The university also has a Mi’kmaw chief on its board of governors, raises the Mi’kmaw flag in partnership with elders and has awarded honorary degrees to members of the Mi’kmaw community.

Muse Isaacs said many of the university’s actions amount to “window dressing” and are “not what Indigenizing the academy is all about.”

“It’s nice but it doesn’t change the education students are getting,” she said.

Murphy admitted that some of the changes have been slow to come about, and said Muse Isaacs is “right to hold us to task, to hold us accountable.”

Other recommendations from the task force, including an Aboriginal Advisory Council and a university chair in Indigenous Studies, are works in progress, she said.

While Saint Mary’s is committed to hiring more Indigenous faculty, Murphy was unable to provide a specific commitment about when or how many new Indigenous professors would be hired.

In its report, the task force admitted that “implementing these changes will take time.”

But it said that “Saint Mary’s is woefully behind other post-secondary institutions in the region and nationally when it comes to meeting the needs of Aboriginal students.”

The report added: “There is, simply, a need for immediate and effective action, even in a climate of restraint.”

Tyler Sack, a Saint Mary’s alumnus and former Aboriginal student adviser, said while some progress has been achieved the university has not made Aboriginal students a priority as promised.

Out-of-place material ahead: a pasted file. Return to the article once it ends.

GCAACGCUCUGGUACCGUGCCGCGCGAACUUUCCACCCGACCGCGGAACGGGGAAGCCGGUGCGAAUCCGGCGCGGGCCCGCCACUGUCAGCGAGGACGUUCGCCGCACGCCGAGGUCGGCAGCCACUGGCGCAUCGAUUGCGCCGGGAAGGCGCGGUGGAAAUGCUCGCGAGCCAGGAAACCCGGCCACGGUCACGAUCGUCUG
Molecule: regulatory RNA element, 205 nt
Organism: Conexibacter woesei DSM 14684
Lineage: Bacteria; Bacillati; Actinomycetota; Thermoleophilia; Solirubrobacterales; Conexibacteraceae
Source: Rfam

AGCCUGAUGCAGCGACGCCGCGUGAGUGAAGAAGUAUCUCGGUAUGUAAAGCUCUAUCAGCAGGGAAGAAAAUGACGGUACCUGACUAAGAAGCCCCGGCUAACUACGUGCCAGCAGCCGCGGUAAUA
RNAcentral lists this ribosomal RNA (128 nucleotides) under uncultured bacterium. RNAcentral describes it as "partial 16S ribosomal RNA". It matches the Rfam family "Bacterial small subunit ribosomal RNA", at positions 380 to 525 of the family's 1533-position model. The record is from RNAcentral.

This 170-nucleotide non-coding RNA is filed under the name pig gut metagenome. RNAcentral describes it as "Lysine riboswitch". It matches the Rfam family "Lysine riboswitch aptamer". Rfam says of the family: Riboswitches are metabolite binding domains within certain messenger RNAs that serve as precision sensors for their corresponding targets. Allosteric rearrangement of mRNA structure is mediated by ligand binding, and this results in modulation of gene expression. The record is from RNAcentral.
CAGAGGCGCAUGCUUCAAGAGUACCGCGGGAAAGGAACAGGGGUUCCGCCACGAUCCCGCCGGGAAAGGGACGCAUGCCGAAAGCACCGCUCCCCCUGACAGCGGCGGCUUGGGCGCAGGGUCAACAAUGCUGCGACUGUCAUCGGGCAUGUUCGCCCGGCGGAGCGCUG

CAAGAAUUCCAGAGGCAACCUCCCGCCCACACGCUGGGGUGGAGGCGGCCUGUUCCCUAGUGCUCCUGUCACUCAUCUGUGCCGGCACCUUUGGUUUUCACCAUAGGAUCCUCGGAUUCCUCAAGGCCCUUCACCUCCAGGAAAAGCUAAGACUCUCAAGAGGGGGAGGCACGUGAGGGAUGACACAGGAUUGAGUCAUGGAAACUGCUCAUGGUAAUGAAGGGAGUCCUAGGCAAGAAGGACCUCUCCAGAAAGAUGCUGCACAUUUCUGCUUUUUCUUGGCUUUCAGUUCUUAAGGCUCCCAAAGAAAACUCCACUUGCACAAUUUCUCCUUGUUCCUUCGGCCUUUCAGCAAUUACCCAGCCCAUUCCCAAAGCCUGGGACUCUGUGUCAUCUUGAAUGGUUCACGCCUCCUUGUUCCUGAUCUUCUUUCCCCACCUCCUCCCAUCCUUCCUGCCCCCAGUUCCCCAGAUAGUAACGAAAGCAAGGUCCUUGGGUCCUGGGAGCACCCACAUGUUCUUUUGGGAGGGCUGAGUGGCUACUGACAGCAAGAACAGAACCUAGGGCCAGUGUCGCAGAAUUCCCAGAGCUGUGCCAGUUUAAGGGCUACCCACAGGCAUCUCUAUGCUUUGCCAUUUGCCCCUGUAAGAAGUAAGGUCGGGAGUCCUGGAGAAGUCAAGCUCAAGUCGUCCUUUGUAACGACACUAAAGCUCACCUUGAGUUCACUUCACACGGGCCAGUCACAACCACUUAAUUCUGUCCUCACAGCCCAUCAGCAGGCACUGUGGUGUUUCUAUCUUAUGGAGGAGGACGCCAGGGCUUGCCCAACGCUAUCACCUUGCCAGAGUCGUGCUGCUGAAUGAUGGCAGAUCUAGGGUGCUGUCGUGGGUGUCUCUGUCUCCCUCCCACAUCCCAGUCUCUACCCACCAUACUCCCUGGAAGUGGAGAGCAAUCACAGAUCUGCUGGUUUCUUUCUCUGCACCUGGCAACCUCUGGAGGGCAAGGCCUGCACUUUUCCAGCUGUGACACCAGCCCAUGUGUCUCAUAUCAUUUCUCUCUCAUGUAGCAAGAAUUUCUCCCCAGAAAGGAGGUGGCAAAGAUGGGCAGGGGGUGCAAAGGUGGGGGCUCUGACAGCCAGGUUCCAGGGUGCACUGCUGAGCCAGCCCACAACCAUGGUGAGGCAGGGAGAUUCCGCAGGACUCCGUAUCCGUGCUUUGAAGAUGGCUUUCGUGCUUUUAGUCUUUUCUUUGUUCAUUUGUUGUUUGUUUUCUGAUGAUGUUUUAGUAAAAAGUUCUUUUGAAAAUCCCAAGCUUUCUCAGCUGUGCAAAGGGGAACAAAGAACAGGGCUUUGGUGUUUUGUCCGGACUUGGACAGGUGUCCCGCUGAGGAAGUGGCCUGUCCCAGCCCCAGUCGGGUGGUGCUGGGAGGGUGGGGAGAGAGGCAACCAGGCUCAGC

“Other universities in the region have done more in less time and not in response to a student murder,” he said, pointing to Cape Breton University’s Unama’ki College.

Another Halifax university recently found itself embroiled in controversy after assigning a course about Canada’s residential schools to a non-Indigenous professor.

Mount Saint Vincent University called a meeting with history department leaders, faculty, school administration and the senior adviser to the president on Aboriginal affairs.

After the meeting, the university said Professor Martha Walls had the support of Indigenous and non-Indigenous faculty and administration to teach the course.

In March Angelique EagleWoman, dean of Lakehead University’s Bora Laskin Law School in Thunder Bay, resigned amid allegations of racism and systemic discrimination.

Last month Zoe Todd, an assistant professor in Carleton University’s department of sociology and anthropology, told APTN Canadian universities must do more than make promises to Indigenize.

She said it’s important that universities “talk about the difference between Indigenizing the academy…and the broader question of decolonizing, which is about addressing the underlying structures of the university that have historically and contemporarily excluded Indigenous people.”

Obed said that as an Inuit student — the only Indigenous student in many of her classes — and then as a lecturer with three Indigenous students in her class, no educational space was safe from anti-Indigenous attitudes and racism.

Obed said Muse Isaacs “was my one Indigenous support on campus,” and that after hearing about Muse Isaacs’ decision to leave, she decided to follow suit.

“I think the lack of visibility of Indigenous Peoples [on campus] really contributes to the toxic racist work environment, and that needs to change,” she said.

“There needs to be more desire to hire and retain Indigenous faculty, there needs to be more culturally safe spaces for us to be able to study and work in. There needs to be more awareness building. And [St. Mary’s] needs to implement their task force recommendations.”

Muse Isaacs has been hired by the University of Windsor in Ontario, which has committed to hiring five new full-time, tenure-track Indigenous professors.

Obed said she has accepted a new research job at the IWK Health Centre,  the children’s hospital in Halifax.

With files from the Canadian Press.